Celtics-Nets review: What we saw

732786.jpg

Celtics-Nets review: What we saw

NEWARK, N.J. Make no mistake about it, Boston Celtics forward Brandon Bass has heard the chatter about the team's struggles to rebound the ball. He doesn't dispute that this season, it has indeed been an issue for the Celtics.

But it is an issue that lately, hasn't been as big a deal with the team showing significant improvement and maybe just as important, consistent play, in its board work.

Saturday's 94-82 win at New Jersey was yet another strong night for the Celtics on the boards, as they out-rebounded the Nets, 51-42.

The Celtics have been at or near the bottom of the rebounding charts all season. But in the last 10 games - the C's have won seven of those games - Boston ranks 15th in the NBA in rebounds per game. Making Saturday's performance even more impressive was that the Nets came into the game ranked 12th rebounding in the last 10 games.

"Doc (Rivers) has told us time after time that we need to be better rebounders and we hear it from the media that we're struggling and you know that's something that, you know, we want to be a championship team," Bass said. "To win a championship, you have to defend and rebound."

Rebounding was important in Saturday's win and it will be integral to the Celtics' success moving forward. Here we'll re-examine some of the keys in tonight's game pointed out earlier, to see how they actually played out as Boston defeated New Jersey 94-82 after a disappointing loss at Toronto on Friday night.

WHAT TO LOOK FOR Boston's scoring defense has been solid as a rock, win or lose. It will be put to the test tonight against a New Jersey team that's showing signs of improvement in every area, notably scoring. They have a 6-4 record in their last 10 games, which has been fueled in part by their improved scoring. Although they rank No. 22 on the season in scoring, they're actually up to No. 13 over the last 10 games. Meanwhile the Celtics have the No. 3 scoring defense (89.5 points) this season, but have given up a league-low 84.1 points per game over the course of the last 10.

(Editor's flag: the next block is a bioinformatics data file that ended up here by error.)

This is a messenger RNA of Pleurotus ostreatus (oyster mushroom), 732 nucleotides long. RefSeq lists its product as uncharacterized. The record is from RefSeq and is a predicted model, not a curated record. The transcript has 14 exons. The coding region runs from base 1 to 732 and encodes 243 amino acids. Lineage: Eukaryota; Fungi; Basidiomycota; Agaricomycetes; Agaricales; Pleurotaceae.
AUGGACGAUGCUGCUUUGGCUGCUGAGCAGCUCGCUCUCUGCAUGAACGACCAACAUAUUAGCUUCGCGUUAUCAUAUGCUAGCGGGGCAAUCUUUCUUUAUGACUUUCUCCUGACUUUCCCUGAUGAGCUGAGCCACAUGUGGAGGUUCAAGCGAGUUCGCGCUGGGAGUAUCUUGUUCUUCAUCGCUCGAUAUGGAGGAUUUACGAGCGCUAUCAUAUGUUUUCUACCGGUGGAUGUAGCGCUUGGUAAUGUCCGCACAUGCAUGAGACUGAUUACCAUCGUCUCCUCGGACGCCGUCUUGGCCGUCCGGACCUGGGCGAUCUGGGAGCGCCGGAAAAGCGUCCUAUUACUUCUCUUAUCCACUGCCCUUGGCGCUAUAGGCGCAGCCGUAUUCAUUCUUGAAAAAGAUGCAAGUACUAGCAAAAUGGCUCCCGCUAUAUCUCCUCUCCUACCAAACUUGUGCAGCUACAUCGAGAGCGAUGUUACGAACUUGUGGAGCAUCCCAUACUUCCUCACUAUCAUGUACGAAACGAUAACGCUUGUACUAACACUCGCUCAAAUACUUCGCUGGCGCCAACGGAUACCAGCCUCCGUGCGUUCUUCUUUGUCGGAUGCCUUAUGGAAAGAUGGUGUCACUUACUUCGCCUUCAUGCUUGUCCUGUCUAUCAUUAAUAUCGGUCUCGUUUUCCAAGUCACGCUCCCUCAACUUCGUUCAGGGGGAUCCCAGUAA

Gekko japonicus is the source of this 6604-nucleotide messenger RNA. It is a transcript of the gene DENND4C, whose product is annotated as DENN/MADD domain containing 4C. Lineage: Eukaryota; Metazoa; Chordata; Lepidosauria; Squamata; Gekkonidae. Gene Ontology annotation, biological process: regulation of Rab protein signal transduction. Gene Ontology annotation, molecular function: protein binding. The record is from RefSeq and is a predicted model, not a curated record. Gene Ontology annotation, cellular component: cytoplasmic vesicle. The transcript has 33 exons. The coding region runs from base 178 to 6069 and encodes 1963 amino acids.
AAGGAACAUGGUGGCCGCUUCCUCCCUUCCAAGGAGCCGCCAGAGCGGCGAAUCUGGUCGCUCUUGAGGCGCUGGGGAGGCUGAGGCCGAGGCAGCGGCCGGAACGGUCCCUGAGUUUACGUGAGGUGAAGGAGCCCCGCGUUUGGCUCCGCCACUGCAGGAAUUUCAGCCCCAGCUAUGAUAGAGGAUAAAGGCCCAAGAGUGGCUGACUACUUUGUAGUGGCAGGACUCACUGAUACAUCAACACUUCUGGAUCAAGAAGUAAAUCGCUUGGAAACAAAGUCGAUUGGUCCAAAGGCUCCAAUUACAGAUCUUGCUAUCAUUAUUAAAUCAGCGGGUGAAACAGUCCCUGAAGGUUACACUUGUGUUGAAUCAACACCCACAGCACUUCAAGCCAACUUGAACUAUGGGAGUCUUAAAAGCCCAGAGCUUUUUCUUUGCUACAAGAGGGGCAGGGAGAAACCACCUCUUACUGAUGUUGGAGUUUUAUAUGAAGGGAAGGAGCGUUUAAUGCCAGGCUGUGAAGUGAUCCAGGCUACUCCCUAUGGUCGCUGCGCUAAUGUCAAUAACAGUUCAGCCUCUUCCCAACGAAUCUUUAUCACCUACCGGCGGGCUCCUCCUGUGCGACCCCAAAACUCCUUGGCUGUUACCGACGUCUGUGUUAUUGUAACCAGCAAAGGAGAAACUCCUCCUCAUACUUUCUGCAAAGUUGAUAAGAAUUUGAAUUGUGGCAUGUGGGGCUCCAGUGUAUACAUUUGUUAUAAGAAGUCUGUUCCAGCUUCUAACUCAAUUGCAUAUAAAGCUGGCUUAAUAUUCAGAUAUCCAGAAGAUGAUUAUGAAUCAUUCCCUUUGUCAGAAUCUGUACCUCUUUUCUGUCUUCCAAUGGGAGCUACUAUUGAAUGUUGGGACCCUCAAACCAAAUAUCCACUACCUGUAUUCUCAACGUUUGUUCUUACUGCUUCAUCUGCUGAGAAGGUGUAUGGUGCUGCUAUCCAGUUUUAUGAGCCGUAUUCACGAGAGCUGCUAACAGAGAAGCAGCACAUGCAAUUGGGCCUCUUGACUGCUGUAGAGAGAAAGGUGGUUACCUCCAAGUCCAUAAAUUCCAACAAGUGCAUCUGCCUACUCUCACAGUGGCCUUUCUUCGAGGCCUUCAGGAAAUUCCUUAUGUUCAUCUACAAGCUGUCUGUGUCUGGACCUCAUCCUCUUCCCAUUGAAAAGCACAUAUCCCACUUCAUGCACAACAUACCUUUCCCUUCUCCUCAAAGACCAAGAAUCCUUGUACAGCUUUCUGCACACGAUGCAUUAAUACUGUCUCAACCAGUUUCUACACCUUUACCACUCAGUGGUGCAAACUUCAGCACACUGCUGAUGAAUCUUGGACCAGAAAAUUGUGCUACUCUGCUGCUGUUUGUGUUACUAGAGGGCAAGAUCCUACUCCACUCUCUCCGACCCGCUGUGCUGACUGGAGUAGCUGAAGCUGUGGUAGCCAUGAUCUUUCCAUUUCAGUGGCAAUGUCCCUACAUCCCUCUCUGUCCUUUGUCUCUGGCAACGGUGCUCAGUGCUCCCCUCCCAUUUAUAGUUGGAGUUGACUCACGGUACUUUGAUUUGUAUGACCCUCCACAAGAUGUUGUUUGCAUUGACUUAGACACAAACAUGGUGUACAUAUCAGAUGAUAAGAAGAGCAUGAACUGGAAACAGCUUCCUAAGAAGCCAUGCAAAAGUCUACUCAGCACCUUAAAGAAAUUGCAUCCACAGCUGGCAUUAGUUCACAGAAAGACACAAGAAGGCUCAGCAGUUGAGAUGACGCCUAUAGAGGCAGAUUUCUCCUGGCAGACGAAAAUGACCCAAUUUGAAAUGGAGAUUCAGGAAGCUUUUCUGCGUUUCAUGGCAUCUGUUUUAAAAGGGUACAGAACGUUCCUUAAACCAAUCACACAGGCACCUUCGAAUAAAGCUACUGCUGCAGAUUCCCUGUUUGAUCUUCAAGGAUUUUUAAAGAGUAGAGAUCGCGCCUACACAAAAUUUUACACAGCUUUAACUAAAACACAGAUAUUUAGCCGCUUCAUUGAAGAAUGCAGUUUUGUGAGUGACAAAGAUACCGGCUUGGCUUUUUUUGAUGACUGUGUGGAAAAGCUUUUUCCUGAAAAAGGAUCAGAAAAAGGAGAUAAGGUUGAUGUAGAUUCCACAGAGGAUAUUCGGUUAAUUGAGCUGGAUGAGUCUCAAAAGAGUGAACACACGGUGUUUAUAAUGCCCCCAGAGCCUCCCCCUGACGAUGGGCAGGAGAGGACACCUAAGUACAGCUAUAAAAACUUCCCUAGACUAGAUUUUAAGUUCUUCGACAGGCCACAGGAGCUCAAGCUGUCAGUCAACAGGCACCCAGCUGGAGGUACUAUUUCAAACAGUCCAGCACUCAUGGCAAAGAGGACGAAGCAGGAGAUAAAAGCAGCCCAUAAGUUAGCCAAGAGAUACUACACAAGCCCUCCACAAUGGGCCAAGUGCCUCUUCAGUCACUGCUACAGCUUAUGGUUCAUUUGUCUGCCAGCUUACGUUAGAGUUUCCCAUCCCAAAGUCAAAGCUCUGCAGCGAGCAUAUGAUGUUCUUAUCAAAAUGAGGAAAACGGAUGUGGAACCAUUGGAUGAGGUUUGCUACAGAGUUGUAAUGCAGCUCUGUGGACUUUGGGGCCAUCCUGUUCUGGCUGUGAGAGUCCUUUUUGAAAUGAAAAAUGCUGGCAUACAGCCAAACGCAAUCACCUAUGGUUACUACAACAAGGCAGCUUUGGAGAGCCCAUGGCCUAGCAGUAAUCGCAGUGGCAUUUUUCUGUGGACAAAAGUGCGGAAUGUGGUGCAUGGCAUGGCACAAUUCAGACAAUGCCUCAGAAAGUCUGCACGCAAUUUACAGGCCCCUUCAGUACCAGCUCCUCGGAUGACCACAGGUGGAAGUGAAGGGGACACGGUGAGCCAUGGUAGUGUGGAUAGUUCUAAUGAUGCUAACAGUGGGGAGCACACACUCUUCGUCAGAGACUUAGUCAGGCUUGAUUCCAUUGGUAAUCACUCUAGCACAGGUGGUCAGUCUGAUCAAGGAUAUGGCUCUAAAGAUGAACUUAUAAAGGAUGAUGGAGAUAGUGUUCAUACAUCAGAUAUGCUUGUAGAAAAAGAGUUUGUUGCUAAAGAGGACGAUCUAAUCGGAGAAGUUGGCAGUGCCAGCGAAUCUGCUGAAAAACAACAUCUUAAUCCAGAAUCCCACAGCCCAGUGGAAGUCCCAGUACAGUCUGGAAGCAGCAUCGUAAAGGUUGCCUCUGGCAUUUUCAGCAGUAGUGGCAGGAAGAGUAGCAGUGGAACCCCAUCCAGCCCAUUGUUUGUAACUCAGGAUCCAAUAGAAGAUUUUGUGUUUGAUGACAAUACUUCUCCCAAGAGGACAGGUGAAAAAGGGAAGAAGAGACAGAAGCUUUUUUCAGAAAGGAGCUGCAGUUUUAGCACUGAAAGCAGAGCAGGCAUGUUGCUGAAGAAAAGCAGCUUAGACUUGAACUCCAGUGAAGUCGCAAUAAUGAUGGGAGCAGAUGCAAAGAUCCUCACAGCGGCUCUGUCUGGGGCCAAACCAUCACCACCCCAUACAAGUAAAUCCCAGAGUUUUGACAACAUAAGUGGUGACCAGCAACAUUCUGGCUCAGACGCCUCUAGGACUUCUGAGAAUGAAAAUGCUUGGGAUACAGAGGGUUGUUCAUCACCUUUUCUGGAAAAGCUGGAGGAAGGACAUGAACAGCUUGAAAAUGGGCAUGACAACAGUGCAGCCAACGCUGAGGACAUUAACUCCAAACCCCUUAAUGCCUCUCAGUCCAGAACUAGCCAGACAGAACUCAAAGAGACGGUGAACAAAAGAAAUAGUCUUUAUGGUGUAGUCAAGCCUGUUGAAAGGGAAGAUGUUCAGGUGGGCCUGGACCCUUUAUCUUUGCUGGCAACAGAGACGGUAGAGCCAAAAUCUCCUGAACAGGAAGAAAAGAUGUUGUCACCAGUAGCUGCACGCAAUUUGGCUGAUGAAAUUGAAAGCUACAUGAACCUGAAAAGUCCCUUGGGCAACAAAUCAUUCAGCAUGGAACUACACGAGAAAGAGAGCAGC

WHAT WE SAW: Boston's defense really turned up the pressure in the second half, limiting New Jersey to just 34 second-half points on 11-for-47 (23.4 percent) shooting. "The defense finally kicked in, in the third quarter," said Paul Pierce. Nets guard Deron Williams added, "you definitely have to credit their defense. They are a good defensive team and our offense wasn't very good, our execution wasn't very good, not screening really you are not going to get any easy looks or good shots from that."

MATCHUP TO WATCH - Rajon Rondo vs. Deron Williams: You have two of the NBA's top point guards which is sure to bring out the best in both players. Rondo is coming off a 12-assist, zero-turnover night which has run his consecutive game streak with double-digit assists, to 20. And Williams, who will be a free agent this summer, is the seventh-highest scoring point guard over the past 10 games, with a 17.4 average. He has also averaged 11 assists in that span, second only to Rajon Rondo (14.2).

WHAT WE SAW: This was a very well-played matchup between two of the NBA's premier playmakers. Statistically, these two put up comparable numbers in assists with Rondo having 15 and Williams tallying 14. The difference was in scoring, with Rondo having just four points compared to 12 for Williams. When you throw in the fact that Rondo had more rebounds (4 compared to zero for Williams) and the fact that the C's emerged with the victory, you have to give the slight edge to Rondo.

PLAYER TO WATCH: The Celtics were out-worked on the boards by Toronto, and it will again be a concern heading into tonight's game. As much as the Celtics will key in on Derrick Williams, they might want to keep close tabs on former Celtic Shelden Williams. According to the Elias Sports Bureau, 41 percent of Shelden Williams' rebounds come off the offensive end which means multiple scoring opportunities for Celtic opponents. Only five players with 300 or more rebounds, have a higher percent of their rebounds being offensive, than Williams.

WHAT WE SAW: Boston never allowed Shelden Williams to be a factor. He was the only starter for either team to not score a single point. In addition, the one thing that he has done a good job at most of this season for the Nets - offensive rebound - was an area in which the Celtics managed to keep him from doing any damage. Along without scoring a single point, Williams grabbed just three rebounds - all defensive.

STAT TO TRACK: When the Celtics reflect on what went wrong in the Raptors loss, you can bet that they count not scoring more points in the paint as one of the problems. Fortunately for them, they face a New Jersey teams whose points-in-the-paint woes are just as bad. Boston is averaging an NBA-low 33.6 points scored in the paint. Right behind them are the Nets with a 34.6 points in the paint average.